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Ionic Compounds Chapter 8. Forming Chemical Bonds Chemical Bond: The force that holds two atoms together. Valence Electrons Opposite forces attract Octet.

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Presentation on theme: "Ionic Compounds Chapter 8. Forming Chemical Bonds Chemical Bond: The force that holds two atoms together. Valence Electrons Opposite forces attract Octet."— Presentation transcript:

1 Ionic Compounds Chapter 8

2 Forming Chemical Bonds Chemical Bond: The force that holds two atoms together. Valence Electrons Opposite forces attract Octet Rule

3 Positive Ions Lose e- becomes cation. Atoms can lose electrons to become more stable. Na +1 is more stable than Na.

4 Negative Ions Gain e- to become anions Gain electrons to gain more stable e- config Cl -1 is more stable than Cl

5 Formation of Ionic Bond Ionic Bond: electrostatic force that holds oppositely charged particles together in an ionic compound. Occurs between metals and nonmetals. Called ionic compounds.

6 Formation of Ionic Bond NaCl, 1 to 1 ratio of Na and Cl Na +1 and Cl -1 combine Oxidation numbers = 0 MgCl? CaO

7 Properties of Ionic Compounds + and – ions in regular pattern Forms crystals EX: salt Crystal lattice forms Strong bonds between them Have ↑ melting point and boiling point If aqueous solution can conduct electricity electrolyte.

8 Properties of Ionic Compounds Formation of ionic compounds is almost always exothermic. Lattice energy: amount of energy required to separate ions of an ionic compound. Smaller ions have more negative lattice energy. EX: LiCl more negative NaCl Larger charges have larger lattice energy. EX: MgO more negative MgCl

9 Formulas for Ionic Compounds Formula Unit: Simples ratio of ions in ionic compound Know your oxidation states for monatomic metals and nonmetals Also know your oxidation states for polyatomic metals and nonmetals GroupOxidation number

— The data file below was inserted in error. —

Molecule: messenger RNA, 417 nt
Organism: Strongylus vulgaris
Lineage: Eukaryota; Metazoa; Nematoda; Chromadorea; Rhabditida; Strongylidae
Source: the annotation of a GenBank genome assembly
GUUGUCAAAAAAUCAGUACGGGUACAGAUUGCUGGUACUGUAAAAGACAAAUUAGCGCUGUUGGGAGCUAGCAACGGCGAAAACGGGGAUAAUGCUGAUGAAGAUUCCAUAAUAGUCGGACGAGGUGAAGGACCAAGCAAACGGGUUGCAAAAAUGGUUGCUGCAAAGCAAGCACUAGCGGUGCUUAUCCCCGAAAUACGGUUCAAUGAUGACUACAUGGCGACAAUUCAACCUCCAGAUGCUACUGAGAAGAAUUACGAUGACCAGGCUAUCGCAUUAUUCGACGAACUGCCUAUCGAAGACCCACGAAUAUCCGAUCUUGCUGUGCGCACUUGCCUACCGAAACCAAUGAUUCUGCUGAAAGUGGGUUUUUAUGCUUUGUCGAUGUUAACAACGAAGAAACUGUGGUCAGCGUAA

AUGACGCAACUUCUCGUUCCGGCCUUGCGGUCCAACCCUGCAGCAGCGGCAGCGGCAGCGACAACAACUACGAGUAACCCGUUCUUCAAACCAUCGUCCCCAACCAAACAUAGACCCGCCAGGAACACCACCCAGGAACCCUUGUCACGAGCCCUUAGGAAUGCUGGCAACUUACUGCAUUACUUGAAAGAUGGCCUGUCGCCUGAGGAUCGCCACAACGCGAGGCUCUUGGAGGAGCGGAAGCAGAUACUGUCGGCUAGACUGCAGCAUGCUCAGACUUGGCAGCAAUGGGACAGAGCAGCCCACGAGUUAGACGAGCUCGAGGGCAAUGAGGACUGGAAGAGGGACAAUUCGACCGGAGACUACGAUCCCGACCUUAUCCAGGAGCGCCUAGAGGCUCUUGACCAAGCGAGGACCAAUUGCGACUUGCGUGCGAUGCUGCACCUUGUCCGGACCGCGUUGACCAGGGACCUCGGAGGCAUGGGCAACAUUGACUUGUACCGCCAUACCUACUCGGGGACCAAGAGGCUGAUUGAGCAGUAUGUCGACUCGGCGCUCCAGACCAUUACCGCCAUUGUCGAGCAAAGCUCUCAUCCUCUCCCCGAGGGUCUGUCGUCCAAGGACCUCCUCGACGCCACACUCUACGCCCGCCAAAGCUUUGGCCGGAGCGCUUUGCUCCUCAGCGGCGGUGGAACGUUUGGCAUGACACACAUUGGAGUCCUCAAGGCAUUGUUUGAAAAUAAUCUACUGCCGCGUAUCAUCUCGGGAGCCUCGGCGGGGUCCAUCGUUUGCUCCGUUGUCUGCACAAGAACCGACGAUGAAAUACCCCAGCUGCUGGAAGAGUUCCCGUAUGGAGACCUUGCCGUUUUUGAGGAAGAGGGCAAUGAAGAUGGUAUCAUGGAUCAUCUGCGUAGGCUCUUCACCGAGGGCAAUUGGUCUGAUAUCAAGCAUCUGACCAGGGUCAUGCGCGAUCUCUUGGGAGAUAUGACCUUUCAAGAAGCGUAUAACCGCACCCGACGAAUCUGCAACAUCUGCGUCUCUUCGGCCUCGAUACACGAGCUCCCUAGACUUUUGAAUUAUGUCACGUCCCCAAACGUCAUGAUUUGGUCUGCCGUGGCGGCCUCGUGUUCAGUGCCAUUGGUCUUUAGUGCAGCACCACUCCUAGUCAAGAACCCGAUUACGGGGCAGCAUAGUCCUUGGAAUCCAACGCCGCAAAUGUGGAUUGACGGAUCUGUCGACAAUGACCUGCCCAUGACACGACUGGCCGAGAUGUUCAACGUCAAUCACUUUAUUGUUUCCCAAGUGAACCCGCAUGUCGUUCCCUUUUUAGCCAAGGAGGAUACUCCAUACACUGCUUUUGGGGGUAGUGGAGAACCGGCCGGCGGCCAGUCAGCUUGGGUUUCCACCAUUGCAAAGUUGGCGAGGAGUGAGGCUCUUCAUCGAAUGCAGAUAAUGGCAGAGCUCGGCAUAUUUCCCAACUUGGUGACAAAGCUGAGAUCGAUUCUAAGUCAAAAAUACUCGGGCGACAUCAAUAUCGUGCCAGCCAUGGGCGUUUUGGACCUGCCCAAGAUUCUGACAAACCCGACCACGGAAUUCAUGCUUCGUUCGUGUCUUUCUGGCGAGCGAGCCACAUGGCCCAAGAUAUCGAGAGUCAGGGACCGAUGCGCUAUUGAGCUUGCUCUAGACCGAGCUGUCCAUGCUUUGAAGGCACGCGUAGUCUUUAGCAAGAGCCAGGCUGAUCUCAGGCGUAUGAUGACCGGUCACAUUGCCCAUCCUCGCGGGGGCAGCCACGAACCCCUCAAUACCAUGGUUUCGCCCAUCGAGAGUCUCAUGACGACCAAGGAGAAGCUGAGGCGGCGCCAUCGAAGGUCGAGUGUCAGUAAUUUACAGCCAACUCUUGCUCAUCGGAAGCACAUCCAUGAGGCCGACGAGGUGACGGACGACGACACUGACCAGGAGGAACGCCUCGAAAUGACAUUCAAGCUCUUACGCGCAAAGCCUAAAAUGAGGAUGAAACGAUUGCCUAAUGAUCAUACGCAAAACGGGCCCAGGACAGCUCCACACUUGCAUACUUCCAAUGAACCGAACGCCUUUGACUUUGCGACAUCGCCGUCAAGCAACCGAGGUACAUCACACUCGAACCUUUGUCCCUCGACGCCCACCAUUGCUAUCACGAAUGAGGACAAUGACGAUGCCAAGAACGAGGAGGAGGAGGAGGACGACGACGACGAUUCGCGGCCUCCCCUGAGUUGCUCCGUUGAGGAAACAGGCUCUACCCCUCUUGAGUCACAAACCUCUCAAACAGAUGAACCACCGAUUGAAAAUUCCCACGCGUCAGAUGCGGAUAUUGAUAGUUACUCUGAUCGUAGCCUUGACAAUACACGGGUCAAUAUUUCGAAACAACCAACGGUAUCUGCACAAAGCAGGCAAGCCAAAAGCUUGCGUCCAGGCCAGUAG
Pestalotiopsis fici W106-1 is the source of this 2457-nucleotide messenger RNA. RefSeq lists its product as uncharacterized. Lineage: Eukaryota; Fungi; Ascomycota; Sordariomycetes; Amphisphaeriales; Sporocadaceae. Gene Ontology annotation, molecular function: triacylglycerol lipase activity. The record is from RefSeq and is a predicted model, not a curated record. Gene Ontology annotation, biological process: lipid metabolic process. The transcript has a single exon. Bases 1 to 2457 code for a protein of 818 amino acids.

10 Oxidation Numbers Transition metals have multiple oxidation numbers. Oxidation number: # of e- transferred from an element to form an ion.

11 Naming Ionic Compounds 1. Cation always named first. 2. Cation name does not change. (Na 1+, sodium) Ex: NaCl = sodium chloride 3. Anion named by taking root and adding –ide. (O 2-, oxide) Ex: CaO = Calcium Oxide

12 Naming Ionic Compounds 4. Transition Metals with multiple oxidations must include their oxidation state in the name of the compound. [Fe 2+, Iron (II)] EX: FeO = Iron (II) oxide EX: Fe 2 O 3 = Iron (III) oxide 5. If an atom contains a polyatomic ion simply name that ion. Know oxidation states of polyatomic ions. EX: NaOH = Sodium Hydroxide EX: AgNO 3 = Silver Nitrite

13 Naming Ionic Compounds Older method of naming transition metals Root word followed by –ous, for lower oxidation, or –ic, higher oxidation EX: Cuprous ion = Copper (I) EX: Cupric ion = Copper (II) EX: Ferrous ion = Iron (II) EX: Ferric ion = Iron (III)

14 Naming Ionic Compounds Determine the cation and anion of the given formula Does the cation have only one oxidation number Write name of cation and then write name of anion Write the name of the cation followed by Roman numeral to represent the charge Next write the anion. YesNo

15 Metallic Bonds and Properties of Metals Metals do not bond ironically Form electron sea Electrons are not held by 1 atom Delocalized e -, free to move Metallic bond: attraction of metallic cation for delocalized e -.

16 Metallic Properties Very different melting points. Hg -38 C, W 3422 C. Ductile and malleable. Delocalized e - cause metals to be good conductors. Mobile e - interact with light releasing photons causing luster.

17 Metal Alloys Alloy: mixture of elements that have metallic properties. EX: steel, Brass Substantial Alloy: atoms of original metallic solid replaced by other metal atoms of similar size Interstitial Alloy: small holes in a metallic crystal are filled with smaller atoms


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